Too many people without enough food

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November 24, 2016 12:00 AM

BARE CUPBOARDS The Salvation Army Food Bank has been feeling the pressure of the low economy, with the number of families served now doubled from this time last year. FILE PHOTO

Sally Ann: 'Need has doubled over last year'

The strain on local food provision services has been getting worse with the ever-lagging economy and is still showing no sign of abating.
The Salvation Army Food Bank is seeing double the amount of people looking for food compared to this time last year, and is in need of donations more than ever. 
“Yes, our numbers in the last year have almost doubled,” confirmed Shannon Weinberger, head of the Salvation Army Food Bank.
“But because of the way the situation is right now, our numbers we see are at least one new client a day, but usually it’s about two that we’ve never seen before; we definitely are low on donations compared to where we usually are this time of year and we’re not getting as many donations as we normally do.”
More specifically, the food bank has been serving nearly 130 families a month this year, compared to last year’s average of 63 families.
Weinberger agreed the economy has been the major factor in increased usage, with the majority of clients still working or receiving employment insurance, and many people working two or more jobs but still not making ends meet.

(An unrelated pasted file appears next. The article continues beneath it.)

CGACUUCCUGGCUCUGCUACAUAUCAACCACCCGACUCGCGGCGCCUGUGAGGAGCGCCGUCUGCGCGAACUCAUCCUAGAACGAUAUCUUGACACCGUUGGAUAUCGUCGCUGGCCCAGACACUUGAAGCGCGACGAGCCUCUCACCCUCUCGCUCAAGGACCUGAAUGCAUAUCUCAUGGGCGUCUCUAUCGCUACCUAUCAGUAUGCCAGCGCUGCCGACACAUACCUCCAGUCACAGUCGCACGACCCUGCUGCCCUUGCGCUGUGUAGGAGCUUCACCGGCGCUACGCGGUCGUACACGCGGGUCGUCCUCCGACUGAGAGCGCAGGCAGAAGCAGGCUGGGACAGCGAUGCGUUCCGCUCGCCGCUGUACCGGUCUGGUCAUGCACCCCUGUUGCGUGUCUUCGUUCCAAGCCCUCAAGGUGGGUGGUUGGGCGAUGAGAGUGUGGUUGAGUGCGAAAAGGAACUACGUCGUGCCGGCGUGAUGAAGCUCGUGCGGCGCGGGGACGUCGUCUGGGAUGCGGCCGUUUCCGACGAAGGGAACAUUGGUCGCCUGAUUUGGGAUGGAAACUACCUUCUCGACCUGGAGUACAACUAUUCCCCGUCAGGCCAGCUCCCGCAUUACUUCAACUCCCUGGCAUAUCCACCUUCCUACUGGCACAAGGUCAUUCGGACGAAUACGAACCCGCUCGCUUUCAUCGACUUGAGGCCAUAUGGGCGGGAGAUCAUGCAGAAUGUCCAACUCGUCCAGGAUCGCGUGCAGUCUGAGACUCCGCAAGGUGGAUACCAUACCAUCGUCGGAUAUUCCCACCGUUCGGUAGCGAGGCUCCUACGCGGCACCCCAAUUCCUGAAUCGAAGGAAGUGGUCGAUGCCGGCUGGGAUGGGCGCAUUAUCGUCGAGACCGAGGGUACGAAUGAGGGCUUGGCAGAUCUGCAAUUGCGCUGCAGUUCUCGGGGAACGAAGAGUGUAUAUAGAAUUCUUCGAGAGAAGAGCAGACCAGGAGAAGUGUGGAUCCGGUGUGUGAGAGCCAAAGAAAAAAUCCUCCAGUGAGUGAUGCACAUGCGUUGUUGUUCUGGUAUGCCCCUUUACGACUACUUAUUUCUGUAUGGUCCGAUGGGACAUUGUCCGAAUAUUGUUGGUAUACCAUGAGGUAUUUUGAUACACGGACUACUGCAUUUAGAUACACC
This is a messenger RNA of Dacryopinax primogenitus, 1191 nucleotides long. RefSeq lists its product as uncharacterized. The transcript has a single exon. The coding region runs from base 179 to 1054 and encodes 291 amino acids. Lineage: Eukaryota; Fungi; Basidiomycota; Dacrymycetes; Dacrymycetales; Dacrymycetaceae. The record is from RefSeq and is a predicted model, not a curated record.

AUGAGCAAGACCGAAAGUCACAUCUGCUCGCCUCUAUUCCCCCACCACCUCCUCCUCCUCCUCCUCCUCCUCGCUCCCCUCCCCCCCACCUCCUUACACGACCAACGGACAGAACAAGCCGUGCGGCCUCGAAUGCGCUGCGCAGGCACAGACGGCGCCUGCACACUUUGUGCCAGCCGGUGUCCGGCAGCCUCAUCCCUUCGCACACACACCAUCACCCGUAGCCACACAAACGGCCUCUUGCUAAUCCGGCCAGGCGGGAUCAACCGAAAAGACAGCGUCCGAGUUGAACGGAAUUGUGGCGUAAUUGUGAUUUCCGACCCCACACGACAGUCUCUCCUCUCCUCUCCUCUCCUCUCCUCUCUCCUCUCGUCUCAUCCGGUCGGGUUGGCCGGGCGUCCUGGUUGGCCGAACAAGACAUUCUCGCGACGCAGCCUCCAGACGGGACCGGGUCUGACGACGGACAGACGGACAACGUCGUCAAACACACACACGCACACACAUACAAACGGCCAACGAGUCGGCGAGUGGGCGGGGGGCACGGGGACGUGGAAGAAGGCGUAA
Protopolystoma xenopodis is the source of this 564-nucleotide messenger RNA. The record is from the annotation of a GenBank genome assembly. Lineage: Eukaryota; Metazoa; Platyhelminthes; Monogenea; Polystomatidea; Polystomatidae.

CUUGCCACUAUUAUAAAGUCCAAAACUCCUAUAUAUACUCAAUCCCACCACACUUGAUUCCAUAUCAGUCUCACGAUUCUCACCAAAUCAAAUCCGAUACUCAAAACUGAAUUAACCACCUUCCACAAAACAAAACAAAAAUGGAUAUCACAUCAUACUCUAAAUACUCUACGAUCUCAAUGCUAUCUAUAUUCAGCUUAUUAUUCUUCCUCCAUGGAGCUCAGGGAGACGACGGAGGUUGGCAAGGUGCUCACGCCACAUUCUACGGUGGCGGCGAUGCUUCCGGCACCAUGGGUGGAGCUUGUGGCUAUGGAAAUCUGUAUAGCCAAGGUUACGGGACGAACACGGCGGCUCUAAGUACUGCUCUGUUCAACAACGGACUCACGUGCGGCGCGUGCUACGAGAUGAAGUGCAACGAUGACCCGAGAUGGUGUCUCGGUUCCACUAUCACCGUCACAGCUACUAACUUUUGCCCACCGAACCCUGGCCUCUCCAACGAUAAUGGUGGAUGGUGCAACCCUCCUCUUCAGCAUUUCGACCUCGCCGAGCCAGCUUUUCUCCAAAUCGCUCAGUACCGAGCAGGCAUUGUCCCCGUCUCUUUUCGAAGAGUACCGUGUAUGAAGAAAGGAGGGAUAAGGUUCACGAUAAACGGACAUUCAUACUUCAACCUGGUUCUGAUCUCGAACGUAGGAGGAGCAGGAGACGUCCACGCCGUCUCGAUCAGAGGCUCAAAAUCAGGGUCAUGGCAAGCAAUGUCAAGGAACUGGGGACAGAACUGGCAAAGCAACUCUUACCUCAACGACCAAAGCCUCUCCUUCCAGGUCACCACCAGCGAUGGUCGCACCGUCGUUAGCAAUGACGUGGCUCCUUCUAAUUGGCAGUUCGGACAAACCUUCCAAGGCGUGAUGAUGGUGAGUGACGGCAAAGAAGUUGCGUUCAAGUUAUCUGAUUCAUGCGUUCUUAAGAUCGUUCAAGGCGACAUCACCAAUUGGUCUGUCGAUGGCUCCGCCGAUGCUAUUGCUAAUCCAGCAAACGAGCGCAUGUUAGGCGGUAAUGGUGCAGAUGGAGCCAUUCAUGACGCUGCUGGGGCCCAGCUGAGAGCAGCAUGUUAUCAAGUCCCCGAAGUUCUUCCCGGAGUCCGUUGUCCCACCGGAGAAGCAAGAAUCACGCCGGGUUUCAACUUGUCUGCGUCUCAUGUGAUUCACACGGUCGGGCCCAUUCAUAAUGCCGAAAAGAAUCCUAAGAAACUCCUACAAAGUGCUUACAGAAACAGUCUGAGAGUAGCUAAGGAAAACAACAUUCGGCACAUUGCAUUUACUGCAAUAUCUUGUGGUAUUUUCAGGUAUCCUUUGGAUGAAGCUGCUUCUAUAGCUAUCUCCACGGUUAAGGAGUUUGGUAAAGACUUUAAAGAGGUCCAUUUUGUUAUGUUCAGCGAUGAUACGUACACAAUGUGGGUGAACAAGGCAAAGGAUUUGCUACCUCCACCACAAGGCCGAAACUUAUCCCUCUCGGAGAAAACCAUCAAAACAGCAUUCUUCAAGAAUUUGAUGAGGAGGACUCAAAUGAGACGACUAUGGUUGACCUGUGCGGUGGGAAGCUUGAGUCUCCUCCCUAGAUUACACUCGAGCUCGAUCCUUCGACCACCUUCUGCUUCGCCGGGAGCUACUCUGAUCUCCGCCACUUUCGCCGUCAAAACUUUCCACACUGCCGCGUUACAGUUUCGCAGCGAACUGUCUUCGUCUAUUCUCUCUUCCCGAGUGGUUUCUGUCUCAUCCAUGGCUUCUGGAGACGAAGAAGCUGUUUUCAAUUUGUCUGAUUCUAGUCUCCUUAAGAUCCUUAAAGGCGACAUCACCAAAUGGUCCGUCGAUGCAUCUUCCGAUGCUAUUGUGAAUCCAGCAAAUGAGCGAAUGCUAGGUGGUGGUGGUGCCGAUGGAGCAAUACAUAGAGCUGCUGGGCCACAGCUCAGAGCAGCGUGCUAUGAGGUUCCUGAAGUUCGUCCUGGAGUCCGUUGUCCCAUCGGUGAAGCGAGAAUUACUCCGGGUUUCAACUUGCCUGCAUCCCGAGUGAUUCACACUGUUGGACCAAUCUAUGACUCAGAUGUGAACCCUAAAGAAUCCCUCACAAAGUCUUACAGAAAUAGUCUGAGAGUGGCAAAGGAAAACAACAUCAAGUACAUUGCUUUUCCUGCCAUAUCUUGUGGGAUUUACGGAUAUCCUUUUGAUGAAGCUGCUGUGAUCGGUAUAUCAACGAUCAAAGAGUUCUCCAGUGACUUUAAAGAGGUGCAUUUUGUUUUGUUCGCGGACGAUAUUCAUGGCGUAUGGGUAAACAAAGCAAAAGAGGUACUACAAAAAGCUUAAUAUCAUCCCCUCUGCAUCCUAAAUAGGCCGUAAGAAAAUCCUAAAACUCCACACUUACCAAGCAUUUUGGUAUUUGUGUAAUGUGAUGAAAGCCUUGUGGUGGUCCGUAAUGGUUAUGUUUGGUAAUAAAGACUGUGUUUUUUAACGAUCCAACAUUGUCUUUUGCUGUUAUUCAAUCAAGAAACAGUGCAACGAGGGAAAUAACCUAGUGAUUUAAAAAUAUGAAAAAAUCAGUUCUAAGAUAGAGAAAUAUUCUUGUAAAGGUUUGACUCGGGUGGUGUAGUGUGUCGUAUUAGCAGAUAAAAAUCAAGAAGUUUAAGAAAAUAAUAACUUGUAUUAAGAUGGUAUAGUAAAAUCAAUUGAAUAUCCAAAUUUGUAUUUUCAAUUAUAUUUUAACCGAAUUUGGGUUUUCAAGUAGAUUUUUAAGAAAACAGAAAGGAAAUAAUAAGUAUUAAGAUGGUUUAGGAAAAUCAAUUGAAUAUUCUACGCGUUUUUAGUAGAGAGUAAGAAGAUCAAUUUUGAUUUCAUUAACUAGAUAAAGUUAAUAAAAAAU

The holiday season is also creeping up, which causes added pressure on the food bank’s resources, and Weinberger said organizers are in the middle of taking applications for Christmas food hampers.
Christmas hampers are a way for the food bank to offer extra support to those in need so they can enjoy a better Christmas, and anyone who’s in such a position can apply tomorrow morning or next Wednesday at 9 a.m. at 2302 53 ave.
The Salvation Army Food Bank can reach out to the Alberta Food Bank in case of emergency, but luckily Weinberger said the situation hasn’t become quite that dire yet.
“We usually reach out to the community and the community is really amazing at making sure we have what we need—there are other communities that aren’t quite able to do that still, so we have yet to have to reach out to Alberta food banks and ask for help,” she said.
Another statistic Weinberger offered was 62 per cent of the organization’s clients are children, so it came up with the Kids Kits program in partnership with the Lloydminster Public School division.
The food bank is providing 50 bags of child-friendly food items to students LPSD staff identified as at-risk, for them to bring home so they can have more to eat throughout the weekends.
Some of the items organizers are looking for donations of for Kids Kits are instant oatmeal, Kraft Dinner, individual ravioli cups, juice boxes, fruit snacks and granola bars.
“The school division has identified the kids, we drop off that many bags of food at each of the elementary schools in town, so the 50 is split up between five of the elementary schools right now, and they’re in nice non-identifying bags the teachers can just pop into a backpack on Friday afternoon,” said Weinberger.
Anyone looking to help can drop off donations at 2302 - 53 Ave.

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